Boys' Dresses: 17th Century


Europeans beginning in the 16th century dressed little children, both boys and girls in the same styles of ankle-length dresses, often referred to as petticoats. For most of this time, no special clothing existed for children, boys or girls. Boys once "breeched", were simplly dressed in smaller versions of the knee breeches and other clothes worn by their fathers. Specialized clothing for children did not appear until the late 18th centuty-- and a first only for boys. Even so, many mothers continued to dress small boys in dresses for more than a century.

I have yet no information on boy dress styles in the 1600s. They apparently were just small sized versions of their mothers' dresses. Both boys and girls wore the same-styled dresses. It is clear that the fashion of dressing small boys in dresses was the prevalent fashionthroughout the 17th century.

Figure 1.--


Relatively little written material exists on the styles of the dresses worn by children. Much of what we know has been deduced from contemporary portraits and other paintings. It is amazing to some modern observers

Figure 2--.
to find when studying the contemporary portraits of children that one often cannot tell boy from girl except by name. This is because there was little differentiation in the styles of the dresses worn by girls and boys rather there seem to have been generic styles for children.

Leading Strings

Leading stings were comonly employed on children's dresses from the 16th to 18th Century. They were precisely what they sounded like. The strips of fabric matching or coordinated with the dress fabric that were sewn on to the dress at the shoulders. The other end fell freely down the back of the dress. Some dresses did not have leading strings sewn on directly, but they would be pinned on if the mother so desired. The "strings" were considered practical for assisting younger chilkdren and contolling rambuncious children for whom they were used rather as a lease. Practices and conventions varied for boys and girls.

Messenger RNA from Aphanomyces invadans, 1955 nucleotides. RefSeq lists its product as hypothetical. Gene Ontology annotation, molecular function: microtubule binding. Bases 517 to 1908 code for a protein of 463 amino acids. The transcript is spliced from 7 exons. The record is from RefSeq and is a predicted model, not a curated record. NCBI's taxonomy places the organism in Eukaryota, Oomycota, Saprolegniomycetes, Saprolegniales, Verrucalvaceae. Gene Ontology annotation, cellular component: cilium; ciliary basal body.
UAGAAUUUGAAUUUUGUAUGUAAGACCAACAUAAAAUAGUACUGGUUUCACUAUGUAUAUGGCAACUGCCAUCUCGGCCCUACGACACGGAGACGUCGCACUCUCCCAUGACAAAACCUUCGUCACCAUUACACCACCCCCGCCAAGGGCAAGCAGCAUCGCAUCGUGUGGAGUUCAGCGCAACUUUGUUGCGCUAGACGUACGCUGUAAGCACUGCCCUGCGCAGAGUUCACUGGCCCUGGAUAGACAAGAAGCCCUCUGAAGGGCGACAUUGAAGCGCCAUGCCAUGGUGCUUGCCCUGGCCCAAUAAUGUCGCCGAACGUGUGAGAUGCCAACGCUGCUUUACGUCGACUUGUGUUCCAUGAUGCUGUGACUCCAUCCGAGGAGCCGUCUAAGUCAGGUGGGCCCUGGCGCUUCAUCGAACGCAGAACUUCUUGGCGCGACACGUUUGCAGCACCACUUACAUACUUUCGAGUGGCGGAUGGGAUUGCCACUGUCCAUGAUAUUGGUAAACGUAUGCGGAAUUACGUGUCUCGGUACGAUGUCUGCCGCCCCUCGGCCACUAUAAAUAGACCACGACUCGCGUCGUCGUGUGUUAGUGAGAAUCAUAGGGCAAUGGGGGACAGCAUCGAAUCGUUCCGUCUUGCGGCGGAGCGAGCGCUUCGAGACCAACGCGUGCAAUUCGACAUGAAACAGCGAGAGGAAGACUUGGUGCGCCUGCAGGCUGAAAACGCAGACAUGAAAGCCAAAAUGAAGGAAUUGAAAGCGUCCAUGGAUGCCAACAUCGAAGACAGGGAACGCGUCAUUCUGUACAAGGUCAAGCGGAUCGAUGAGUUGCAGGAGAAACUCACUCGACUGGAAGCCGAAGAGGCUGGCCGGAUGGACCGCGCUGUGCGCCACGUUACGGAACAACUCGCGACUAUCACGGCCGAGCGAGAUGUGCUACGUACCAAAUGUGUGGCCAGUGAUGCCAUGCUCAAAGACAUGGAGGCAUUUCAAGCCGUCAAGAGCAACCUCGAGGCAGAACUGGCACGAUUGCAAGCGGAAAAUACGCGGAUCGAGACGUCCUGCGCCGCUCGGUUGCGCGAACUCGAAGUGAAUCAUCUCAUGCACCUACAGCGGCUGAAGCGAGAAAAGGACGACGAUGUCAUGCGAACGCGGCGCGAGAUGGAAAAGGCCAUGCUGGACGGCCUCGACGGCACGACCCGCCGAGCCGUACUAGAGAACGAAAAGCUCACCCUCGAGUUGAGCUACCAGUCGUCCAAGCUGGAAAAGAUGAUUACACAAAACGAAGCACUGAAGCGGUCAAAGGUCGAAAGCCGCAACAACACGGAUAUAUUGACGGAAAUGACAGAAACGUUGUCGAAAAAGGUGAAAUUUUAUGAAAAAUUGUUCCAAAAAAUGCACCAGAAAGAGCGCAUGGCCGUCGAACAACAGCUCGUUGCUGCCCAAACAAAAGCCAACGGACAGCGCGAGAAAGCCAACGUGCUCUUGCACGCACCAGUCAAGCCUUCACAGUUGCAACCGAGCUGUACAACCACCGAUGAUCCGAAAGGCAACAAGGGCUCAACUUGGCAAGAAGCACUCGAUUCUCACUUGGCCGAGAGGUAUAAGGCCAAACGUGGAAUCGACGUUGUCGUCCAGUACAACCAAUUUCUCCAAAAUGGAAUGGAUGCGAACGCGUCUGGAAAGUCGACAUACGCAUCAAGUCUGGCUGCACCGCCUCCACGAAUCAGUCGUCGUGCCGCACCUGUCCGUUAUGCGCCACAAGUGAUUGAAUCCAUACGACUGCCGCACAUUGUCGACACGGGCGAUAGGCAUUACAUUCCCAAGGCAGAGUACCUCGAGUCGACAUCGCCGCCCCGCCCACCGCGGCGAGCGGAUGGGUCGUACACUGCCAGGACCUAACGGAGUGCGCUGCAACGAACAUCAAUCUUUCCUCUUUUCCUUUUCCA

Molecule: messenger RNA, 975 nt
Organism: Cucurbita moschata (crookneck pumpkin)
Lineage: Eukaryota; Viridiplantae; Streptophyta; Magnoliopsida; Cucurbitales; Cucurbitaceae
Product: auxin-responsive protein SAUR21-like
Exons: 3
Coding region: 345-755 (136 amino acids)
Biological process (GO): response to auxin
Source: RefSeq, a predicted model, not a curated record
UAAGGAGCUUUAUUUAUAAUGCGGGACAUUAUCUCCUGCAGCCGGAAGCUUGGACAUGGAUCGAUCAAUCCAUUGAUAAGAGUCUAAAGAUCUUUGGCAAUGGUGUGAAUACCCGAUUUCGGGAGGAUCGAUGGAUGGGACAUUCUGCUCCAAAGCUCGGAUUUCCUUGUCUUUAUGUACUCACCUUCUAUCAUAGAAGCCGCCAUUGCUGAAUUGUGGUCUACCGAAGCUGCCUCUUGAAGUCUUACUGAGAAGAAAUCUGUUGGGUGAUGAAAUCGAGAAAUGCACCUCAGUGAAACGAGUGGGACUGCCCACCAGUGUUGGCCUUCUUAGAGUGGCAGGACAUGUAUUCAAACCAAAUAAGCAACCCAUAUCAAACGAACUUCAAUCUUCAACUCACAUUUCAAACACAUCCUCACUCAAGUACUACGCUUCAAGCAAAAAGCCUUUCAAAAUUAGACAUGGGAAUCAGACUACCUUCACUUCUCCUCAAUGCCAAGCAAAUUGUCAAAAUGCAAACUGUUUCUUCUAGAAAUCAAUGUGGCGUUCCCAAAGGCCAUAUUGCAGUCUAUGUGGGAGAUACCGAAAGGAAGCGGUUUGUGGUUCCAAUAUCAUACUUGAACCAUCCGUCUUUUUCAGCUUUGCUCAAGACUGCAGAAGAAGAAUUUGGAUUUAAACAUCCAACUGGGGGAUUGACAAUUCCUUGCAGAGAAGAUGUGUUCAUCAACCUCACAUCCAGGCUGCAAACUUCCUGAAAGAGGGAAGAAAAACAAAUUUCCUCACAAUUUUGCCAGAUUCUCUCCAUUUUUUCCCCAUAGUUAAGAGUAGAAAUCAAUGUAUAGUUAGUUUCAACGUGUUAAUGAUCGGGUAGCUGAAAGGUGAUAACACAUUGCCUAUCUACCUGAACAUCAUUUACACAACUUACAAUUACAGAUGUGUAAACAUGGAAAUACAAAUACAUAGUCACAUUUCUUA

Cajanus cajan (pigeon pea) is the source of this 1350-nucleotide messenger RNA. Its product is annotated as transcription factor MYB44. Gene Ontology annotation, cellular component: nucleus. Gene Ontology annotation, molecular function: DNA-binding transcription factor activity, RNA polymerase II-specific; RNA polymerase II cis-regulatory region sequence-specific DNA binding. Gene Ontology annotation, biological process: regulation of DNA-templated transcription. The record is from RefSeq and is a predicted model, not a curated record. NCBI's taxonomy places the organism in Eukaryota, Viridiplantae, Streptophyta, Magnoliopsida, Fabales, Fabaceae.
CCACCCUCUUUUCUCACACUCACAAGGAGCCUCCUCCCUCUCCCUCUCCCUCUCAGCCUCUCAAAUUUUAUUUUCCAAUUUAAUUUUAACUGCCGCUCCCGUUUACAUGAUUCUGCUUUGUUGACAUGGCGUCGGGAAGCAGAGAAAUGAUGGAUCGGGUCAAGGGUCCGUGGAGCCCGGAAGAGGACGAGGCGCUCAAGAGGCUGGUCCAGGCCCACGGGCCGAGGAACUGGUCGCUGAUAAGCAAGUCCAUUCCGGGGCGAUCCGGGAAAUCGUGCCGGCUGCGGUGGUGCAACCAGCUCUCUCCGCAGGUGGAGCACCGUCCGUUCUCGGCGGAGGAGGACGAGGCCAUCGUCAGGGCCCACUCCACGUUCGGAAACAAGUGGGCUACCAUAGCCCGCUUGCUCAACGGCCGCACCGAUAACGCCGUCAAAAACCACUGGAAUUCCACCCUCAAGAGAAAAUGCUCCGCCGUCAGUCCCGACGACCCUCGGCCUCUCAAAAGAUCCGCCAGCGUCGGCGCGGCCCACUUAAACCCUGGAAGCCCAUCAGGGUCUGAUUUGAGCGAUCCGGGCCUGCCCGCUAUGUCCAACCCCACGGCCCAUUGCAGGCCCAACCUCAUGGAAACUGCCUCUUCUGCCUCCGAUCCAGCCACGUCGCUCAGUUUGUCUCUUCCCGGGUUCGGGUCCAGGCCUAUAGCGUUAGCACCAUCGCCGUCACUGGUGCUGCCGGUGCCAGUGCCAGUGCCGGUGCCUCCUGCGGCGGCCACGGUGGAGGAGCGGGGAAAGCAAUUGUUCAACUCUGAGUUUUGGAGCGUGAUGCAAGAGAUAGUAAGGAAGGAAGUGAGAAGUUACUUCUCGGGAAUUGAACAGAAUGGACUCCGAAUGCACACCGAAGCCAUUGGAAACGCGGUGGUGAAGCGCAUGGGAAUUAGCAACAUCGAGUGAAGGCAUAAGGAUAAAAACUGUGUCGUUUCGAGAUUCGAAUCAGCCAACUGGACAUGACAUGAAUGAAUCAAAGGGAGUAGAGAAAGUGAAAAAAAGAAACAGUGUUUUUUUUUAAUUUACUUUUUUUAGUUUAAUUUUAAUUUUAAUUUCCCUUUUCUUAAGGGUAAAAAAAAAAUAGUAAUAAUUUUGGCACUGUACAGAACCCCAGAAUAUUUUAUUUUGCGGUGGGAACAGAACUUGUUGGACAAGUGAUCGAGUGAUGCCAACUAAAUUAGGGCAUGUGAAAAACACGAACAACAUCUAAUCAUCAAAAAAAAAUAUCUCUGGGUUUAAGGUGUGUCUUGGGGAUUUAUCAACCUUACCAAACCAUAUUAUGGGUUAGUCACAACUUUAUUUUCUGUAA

Boys' Attitudes

We know relatively little about what the boys of the era thought about wearing dresses. As destinctive styles for children did not exist for much of the period and the children involved were very young, it is likely that the fashion was of less concern to the boys than was the case for more modern generations. In addition, children of the era generally defered to their parents on such matters.

Christopher Wagner

Navigate the Historic Boys' Clothing Web chronological pages:
[The 1500s] [The 1600s] [The 1700s] [The 1770s] [The 1800s] [The 1810s]
[The 1820s] [The 1830s] [The 1840s] [The 1850s]

Navigate the Historic Boys' Clothing Web dress pages:
[Return to themain dress page
[Return to themain dress era page
[Dresses: 17th century] [The 18th Century]
[Dresses: Early-Mid-19th century] [Dresses: Late-19th century] [Dresses: Early 20th century]
[Pinafores] [Ringlet curls] [Smocks] [Bodice kilts] [Kilts]
[Fauntleroy dresses] [Sailor dresses] [Fancy dresses] [Difficult images] [Movie dresses]

Navigate the Boys' Historical Clothing Web Site:
[Introduction] [Chronology] [Clothing styles] [Biographies] [Bibliographies] [Activities] [Countries] [Contributions]
[Boys' Clothing Home]

Created: May 25, 1998
Last updated: June 25, 1999